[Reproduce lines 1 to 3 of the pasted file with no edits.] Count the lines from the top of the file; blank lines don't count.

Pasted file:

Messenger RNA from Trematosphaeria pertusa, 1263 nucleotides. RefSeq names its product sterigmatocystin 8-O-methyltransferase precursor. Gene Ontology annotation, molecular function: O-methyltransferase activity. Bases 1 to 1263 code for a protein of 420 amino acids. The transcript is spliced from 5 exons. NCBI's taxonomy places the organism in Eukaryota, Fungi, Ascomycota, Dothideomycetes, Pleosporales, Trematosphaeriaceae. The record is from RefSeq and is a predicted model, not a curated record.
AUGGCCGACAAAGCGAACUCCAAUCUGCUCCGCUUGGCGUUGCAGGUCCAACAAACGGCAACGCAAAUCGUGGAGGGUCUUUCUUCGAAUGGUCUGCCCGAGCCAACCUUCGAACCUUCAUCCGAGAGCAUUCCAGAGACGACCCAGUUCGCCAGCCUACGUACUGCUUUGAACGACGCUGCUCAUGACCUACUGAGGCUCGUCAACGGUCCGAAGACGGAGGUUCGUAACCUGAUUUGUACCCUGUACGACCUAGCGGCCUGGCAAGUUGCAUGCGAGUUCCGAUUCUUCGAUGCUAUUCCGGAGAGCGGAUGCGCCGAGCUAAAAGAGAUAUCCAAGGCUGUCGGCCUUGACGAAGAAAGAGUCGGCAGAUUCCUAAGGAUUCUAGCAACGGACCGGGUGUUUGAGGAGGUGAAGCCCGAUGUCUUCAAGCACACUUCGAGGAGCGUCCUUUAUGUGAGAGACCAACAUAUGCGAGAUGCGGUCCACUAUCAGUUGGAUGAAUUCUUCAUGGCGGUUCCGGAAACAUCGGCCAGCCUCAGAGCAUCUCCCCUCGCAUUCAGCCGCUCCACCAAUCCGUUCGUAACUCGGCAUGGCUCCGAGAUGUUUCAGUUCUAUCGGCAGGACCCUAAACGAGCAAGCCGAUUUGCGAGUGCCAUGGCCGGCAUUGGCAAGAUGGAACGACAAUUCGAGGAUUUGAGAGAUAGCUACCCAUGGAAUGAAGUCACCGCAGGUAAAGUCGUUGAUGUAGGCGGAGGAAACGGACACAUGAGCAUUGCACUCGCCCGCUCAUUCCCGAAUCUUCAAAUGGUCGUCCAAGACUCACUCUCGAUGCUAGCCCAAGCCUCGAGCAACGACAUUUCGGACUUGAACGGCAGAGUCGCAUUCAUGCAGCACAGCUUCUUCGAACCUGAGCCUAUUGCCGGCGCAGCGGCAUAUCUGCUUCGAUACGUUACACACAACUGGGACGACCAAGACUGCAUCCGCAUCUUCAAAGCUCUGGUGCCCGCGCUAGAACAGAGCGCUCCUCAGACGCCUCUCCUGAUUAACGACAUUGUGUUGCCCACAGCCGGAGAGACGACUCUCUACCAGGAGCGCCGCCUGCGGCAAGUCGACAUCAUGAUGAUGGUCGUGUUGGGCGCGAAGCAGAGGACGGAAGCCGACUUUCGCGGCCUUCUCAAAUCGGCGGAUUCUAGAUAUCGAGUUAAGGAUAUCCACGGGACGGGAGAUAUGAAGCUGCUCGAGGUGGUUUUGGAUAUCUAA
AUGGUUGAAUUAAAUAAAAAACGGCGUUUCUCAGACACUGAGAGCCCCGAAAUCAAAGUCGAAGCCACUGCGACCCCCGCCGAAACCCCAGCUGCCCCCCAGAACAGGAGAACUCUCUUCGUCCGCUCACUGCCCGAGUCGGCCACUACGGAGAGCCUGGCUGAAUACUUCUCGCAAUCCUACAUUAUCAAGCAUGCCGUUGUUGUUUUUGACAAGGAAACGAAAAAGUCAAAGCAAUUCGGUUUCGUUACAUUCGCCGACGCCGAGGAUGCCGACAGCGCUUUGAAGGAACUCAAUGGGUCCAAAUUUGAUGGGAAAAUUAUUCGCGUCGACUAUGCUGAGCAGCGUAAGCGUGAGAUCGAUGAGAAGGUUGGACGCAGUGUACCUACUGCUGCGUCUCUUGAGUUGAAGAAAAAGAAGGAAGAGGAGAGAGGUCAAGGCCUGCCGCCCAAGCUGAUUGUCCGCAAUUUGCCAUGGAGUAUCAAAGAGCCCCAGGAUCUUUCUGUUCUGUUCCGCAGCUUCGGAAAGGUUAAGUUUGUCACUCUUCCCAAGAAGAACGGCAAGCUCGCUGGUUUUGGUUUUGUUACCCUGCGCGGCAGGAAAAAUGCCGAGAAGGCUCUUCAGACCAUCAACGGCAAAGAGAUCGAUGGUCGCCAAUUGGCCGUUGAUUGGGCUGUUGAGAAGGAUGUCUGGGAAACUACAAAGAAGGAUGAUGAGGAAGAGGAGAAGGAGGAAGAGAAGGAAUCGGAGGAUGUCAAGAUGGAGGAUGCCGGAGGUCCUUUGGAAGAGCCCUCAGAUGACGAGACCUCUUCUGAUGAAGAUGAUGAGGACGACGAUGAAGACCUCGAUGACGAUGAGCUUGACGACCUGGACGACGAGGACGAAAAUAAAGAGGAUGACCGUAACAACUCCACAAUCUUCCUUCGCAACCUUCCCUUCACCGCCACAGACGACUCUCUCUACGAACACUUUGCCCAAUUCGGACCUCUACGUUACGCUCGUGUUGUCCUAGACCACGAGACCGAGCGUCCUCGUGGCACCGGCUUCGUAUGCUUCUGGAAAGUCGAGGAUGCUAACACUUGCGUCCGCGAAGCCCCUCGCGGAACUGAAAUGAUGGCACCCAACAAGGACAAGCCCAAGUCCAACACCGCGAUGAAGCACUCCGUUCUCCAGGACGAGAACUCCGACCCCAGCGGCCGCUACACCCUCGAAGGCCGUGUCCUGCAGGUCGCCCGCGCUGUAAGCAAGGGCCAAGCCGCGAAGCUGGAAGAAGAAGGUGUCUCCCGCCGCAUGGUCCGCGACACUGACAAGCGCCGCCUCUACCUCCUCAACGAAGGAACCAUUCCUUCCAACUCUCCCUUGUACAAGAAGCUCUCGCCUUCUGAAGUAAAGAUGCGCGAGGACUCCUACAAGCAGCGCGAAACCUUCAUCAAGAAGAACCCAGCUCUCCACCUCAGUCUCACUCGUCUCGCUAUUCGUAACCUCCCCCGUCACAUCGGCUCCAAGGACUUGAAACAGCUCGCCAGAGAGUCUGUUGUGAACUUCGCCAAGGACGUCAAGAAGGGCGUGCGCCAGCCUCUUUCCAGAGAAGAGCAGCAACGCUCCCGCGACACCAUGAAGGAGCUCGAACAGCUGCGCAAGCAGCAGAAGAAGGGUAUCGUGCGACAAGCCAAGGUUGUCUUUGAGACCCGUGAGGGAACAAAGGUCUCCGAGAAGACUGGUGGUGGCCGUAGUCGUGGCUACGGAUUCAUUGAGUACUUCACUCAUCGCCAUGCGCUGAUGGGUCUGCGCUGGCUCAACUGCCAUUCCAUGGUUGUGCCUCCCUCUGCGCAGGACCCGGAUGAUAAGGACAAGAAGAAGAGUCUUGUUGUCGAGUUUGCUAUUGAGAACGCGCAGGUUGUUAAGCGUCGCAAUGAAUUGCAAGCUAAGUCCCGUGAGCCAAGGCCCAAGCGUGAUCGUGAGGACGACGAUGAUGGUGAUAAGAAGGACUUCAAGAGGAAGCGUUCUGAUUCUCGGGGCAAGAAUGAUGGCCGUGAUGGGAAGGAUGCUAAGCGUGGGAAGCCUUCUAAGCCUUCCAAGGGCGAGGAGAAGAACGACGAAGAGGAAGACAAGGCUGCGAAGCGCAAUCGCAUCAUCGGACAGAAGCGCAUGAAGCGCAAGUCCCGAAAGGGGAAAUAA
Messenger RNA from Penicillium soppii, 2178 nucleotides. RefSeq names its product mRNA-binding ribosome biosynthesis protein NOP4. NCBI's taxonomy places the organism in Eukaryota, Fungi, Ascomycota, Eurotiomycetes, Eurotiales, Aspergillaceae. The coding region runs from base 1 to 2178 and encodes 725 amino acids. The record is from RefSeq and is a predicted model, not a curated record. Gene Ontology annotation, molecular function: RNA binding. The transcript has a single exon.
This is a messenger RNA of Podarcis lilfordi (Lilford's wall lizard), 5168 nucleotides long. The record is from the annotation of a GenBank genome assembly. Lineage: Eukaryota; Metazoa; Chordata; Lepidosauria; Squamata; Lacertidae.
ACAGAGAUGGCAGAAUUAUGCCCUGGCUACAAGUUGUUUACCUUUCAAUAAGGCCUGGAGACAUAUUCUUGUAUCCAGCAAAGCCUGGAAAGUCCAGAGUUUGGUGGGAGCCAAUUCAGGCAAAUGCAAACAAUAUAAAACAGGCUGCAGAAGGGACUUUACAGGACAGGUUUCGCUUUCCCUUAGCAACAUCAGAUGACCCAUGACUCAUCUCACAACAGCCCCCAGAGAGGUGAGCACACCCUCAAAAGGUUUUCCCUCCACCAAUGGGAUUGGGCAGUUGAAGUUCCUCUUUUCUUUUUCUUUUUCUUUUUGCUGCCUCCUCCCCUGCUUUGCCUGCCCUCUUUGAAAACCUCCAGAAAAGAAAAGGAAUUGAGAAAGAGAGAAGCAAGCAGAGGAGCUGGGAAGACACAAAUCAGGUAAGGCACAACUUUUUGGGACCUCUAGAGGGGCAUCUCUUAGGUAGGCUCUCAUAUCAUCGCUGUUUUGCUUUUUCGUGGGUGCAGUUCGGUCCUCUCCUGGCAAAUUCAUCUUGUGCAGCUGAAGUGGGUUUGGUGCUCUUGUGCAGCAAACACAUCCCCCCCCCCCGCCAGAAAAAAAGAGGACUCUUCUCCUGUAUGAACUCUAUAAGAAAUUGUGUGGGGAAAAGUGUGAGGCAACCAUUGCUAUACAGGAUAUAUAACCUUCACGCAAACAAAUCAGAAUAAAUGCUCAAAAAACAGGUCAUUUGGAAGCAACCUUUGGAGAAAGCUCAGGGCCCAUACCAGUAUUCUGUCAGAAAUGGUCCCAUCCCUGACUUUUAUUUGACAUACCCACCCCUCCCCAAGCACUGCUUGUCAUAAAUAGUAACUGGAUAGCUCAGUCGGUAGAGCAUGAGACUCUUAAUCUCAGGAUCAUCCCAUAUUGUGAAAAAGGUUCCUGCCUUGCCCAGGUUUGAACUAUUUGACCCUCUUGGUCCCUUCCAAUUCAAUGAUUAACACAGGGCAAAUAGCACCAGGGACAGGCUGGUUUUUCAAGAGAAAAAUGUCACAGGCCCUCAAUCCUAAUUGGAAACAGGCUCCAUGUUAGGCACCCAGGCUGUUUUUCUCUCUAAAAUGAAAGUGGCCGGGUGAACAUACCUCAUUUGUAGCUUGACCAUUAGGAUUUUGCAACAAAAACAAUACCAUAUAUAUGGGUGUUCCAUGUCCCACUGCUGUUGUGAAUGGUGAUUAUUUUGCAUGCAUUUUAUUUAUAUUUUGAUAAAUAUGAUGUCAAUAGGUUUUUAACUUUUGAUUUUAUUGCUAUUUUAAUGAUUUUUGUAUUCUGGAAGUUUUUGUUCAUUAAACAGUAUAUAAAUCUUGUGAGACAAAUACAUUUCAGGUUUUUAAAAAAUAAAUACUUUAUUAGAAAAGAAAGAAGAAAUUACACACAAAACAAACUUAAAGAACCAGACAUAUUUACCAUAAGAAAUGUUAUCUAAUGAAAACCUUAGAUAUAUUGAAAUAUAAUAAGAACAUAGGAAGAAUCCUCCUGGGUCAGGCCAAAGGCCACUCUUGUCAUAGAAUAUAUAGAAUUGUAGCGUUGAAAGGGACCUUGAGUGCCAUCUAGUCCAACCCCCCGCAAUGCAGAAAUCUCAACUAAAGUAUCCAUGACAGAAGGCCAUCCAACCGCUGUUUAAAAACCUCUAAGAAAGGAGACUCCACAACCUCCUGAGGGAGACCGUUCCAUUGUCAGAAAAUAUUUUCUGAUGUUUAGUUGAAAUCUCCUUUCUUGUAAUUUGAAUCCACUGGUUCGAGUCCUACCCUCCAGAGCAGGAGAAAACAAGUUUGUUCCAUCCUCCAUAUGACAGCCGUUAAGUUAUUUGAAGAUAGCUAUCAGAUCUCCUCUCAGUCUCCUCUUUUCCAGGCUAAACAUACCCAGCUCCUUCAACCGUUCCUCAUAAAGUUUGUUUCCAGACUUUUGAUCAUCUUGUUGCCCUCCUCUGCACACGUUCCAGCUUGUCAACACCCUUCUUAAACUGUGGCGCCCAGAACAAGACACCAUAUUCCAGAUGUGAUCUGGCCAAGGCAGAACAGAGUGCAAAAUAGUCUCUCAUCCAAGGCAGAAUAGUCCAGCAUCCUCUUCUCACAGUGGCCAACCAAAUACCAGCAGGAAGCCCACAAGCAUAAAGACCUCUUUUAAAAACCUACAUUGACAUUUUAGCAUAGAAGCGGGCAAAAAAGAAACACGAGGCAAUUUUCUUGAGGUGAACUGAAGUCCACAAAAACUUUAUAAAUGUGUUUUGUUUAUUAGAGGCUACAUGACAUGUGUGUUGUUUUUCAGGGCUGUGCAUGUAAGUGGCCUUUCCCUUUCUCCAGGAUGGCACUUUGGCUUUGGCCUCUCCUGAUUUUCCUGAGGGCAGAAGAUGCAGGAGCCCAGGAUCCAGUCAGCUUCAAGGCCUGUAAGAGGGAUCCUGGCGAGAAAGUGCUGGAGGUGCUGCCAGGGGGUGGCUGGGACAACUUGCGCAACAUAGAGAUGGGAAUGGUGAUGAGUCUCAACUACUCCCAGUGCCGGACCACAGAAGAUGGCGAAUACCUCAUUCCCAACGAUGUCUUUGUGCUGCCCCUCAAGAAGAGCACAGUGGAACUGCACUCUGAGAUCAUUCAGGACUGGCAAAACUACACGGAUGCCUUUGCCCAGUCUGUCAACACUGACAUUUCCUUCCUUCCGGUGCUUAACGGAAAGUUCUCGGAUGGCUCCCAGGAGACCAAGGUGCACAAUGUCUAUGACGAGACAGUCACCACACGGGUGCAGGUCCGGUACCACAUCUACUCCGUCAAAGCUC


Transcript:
Messenger RNA from Trematosphaeria pertusa, 1263 nucleotides. RefSeq names its product sterigmatocystin 8-O-methyltransferase precursor. Gene Ontology annotation, molecular function: O-methyltransferase activity. Bases 1 to 1263 code for a protein of 420 amino acids. The transcript is spliced from 5 exons. NCBI's taxonomy places the organism in Eukaryota, Fungi, Ascomycota, Dothideomycetes, Pleosporales, Trematosphaeriaceae. The record is from RefSeq and is a predicted model, not a curated record.
AUGGCCGACAAAGCGAACUCCAAUCUGCUCCGCUUGGCGUUGCAGGUCCAACAAACGGCAACGCAAAUCGUGGAGGGUCUUUCUUCGAAUGGUCUGCCCGAGCCAACCUUCGAACCUUCAUCCGAGAGCAUUCCAGAGACGACCCAGUUCGCCAGCCUACGUACUGCUUUGAACGACGCUGCUCAUGACCUACUGAGGCUCGUCAACGGUCCGAAGACGGAGGUUCGUAACCUGAUUUGUACCCUGUACGACCUAGCGGCCUGGCAAGUUGCAUGCGAGUUCCGAUUCUUCGAUGCUAUUCCGGAGAGCGGAUGCGCCGAGCUAAAAGAGAUAUCCAAGGCUGUCGGCCUUGACGAAGAAAGAGUCGGCAGAUUCCUAAGGAUUCUAGCAACGGACCGGGUGUUUGAGGAGGUGAAGCCCGAUGUCUUCAAGCACACUUCGAGGAGCGUCCUUUAUGUGAGAGACCAACAUAUGCGAGAUGCGGUCCACUAUCAGUUGGAUGAAUUCUUCAUGGCGGUUCCGGAAACAUCGGCCAGCCUCAGAGCAUCUCCCCUCGCAUUCAGCCGCUCCACCAAUCCGUUCGUAACUCGGCAUGGCUCCGAGAUGUUUCAGUUCUAUCGGCAGGACCCUAAACGAGCAAGCCGAUUUGCGAGUGCCAUGGCCGGCAUUGGCAAGAUGGAACGACAAUUCGAGGAUUUGAGAGAUAGCUACCCAUGGAAUGAAGUCACCGCAGGUAAAGUCGUUGAUGUAGGCGGAGGAAACGGACACAUGAGCAUUGCACUCGCCCGCUCAUUCCCGAAUCUUCAAAUGGUCGUCCAAGACUCACUCUCGAUGCUAGCCCAAGCCUCGAGCAACGACAUUUCGGACUUGAACGGCAGAGUCGCAUUCAUGCAGCACAGCUUCUUCGAACCUGAGCCUAUUGCCGGCGCAGCGGCAUAUCUGCUUCGAUACGUUACACACAACUGGGACGACCAAGACUGCAUCCGCAUCUUCAAAGCUCUGGUGCCCGCGCUAGAACAGAGCGCUCCUCAGACGCCUCUCCUGAUUAACGACAUUGUGUUGCCCACAGCCGGAGAGACGACUCUCUACCAGGAGCGCCGCCUGCGGCAAGUCGACAUCAUGAUGAUGGUCGUGUUGGGCGCGAAGCAGAGGACGGAAGCCGACUUUCGCGGCCUUCUCAAAUCGGCGGAUUCUAGAUAUCGAGUUAAGGAUAUCCACGGGACGGGAGAUAUGAAGCUGCUCGAGGUGGUUUUGGAUAUCUAA
AUGGUUGAAUUAAAUAAAAAACGGCGUUUCUCAGACACUGAGAGCCCCGAAAUCAAAGUCGAAGCCACUGCGACCCCCGCCGAAACCCCAGCUGCCCCCCAGAACAGGAGAACUCUCUUCGUCCGCUCACUGCCCGAGUCGGCCACUACGGAGAGCCUGGCUGAAUACUUCUCGCAAUCCUACAUUAUCAAGCAUGCCGUUGUUGUUUUUGACAAGGAAACGAAAAAGUCAAAGCAAUUCGGUUUCGUUACAUUCGCCGACGCCGAGGAUGCCGACAGCGCUUUGAAGGAACUCAAUGGGUCCAAAUUUGAUGGGAAAAUUAUUCGCGUCGACUAUGCUGAGCAGCGUAAGCGUGAGAUCGAUGAGAAGGUUGGACGCAGUGUACCUACUGCUGCGUCUCUUGAGUUGAAGAAAAAGAAGGAAGAGGAGAGAGGUCAAGGCCUGCCGCCCAAGCUGAUUGUCCGCAAUUUGCCAUGGAGUAUCAAAGAGCCCCAGGAUCUUUCUGUUCUGUUCCGCAGCUUCGGAAAGGUUAAGUUUGUCACUCUUCCCAAGAAGAACGGCAAGCUCGCUGGUUUUGGUUUUGUUACCCUGCGCGGCAGGAAAAAUGCCGAGAAGGCUCUUCAGACCAUCAACGGCAAAGAGAUCGAUGGUCGCCAAUUGGCCGUUGAUUGGGCUGUUGAGAAGGAUGUCUGGGAAACUACAAAGAAGGAUGAUGAGGAAGAGGAGAAGGAGGAAGAGAAGGAAUCGGAGGAUGUCAAGAUGGAGGAUGCCGGAGGUCCUUUGGAAGAGCCCUCAGAUGACGAGACCUCUUCUGAUGAAGAUGAUGAGGACGACGAUGAAGACCUCGAUGACGAUGAGCUUGACGACCUGGACGACGAGGACGAAAAUAAAGAGGAUGACCGUAACAACUCCACAAUCUUCCUUCGCAACCUUCCCUUCACCGCCACAGACGACUCUCUCUACGAACACUUUGCCCAAUUCGGACCUCUACGUUACGCUCGUGUUGUCCUAGACCACGAGACCGAGCGUCCUCGUGGCACCGGCUUCGUAUGCUUCUGGAAAGUCGAGGAUGCUAACACUUGCGUCCGCGAAGCCCCUCGCGGAACUGAAAUGAUGGCACCCAACAAGGACAAGCCCAAGUCCAACACCGCGAUGAAGCACUCCGUUCUCCAGGACGAGAACUCCGACCCCAGCGGCCGCUACACCCUCGAAGGCCGUGUCCUGCAGGUCGCCCGCGCUGUAAGCAAGGGCCAAGCCGCGAAGCUGGAAGAAGAAGGUGUCUCCCGCCGCAUGGUCCGCGACACUGACAAGCGCCGCCUCUACCUCCUCAACGAAGGAACCAUUCCUUCCAACUCUCCCUUGUACAAGAAGCUCUCGCCUUCUGAAGUAAAGAUGCGCGAGGACUCCUACAAGCAGCGCGAAACCUUCAUCAAGAAGAACCCAGCUCUCCACCUCAGUCUCACUCGUCUCGCUAUUCGUAACCUCCCCCGUCACAUCGGCUCCAAGGACUUGAAACAGCUCGCCAGAGAGUCUGUUGUGAACUUCGCCAAGGACGUCAAGAAGGGCGUGCGCCAGCCUCUUUCCAGAGAAGAGCAGCAACGCUCCCGCGACACCAUGAAGGAGCUCGAACAGCUGCGCAAGCAGCAGAAGAAGGGUAUCGUGCGACAAGCCAAGGUUGUCUUUGAGACCCGUGAGGGAACAAAGGUCUCCGAGAAGACUGGUGGUGGCCGUAGUCGUGGCUACGGAUUCAUUGAGUACUUCACUCAUCGCCAUGCGCUGAUGGGUCUGCGCUGGCUCAACUGCCAUUCCAUGGUUGUGCCUCCCUCUGCGCAGGACCCGGAUGAUAAGGACAAGAAGAAGAGUCUUGUUGUCGAGUUUGCUAUUGAGAACGCGCAGGUUGUUAAGCGUCGCAAUGAAUUGCAAGCUAAGUCCCGUGAGCCAAGGCCCAAGCGUGAUCGUGAGGACGACGAUGAUGGUGAUAAGAAGGACUUCAAGAGGAAGCGUUCUGAUUCUCGGGGCAAGAAUGAUGGCCGUGAUGGGAAGGAUGCUAAGCGUGGGAAGCCUUCUAAGCCUUCCAAGGGCGAGGAGAAGAACGACGAAGAGGAAGACAAGGCUGCGAAGCGCAAUCGCAUCAUCGGACAGAAGCGCAUGAAGCGCAAGUCCCGAAAGGGGAAAUAA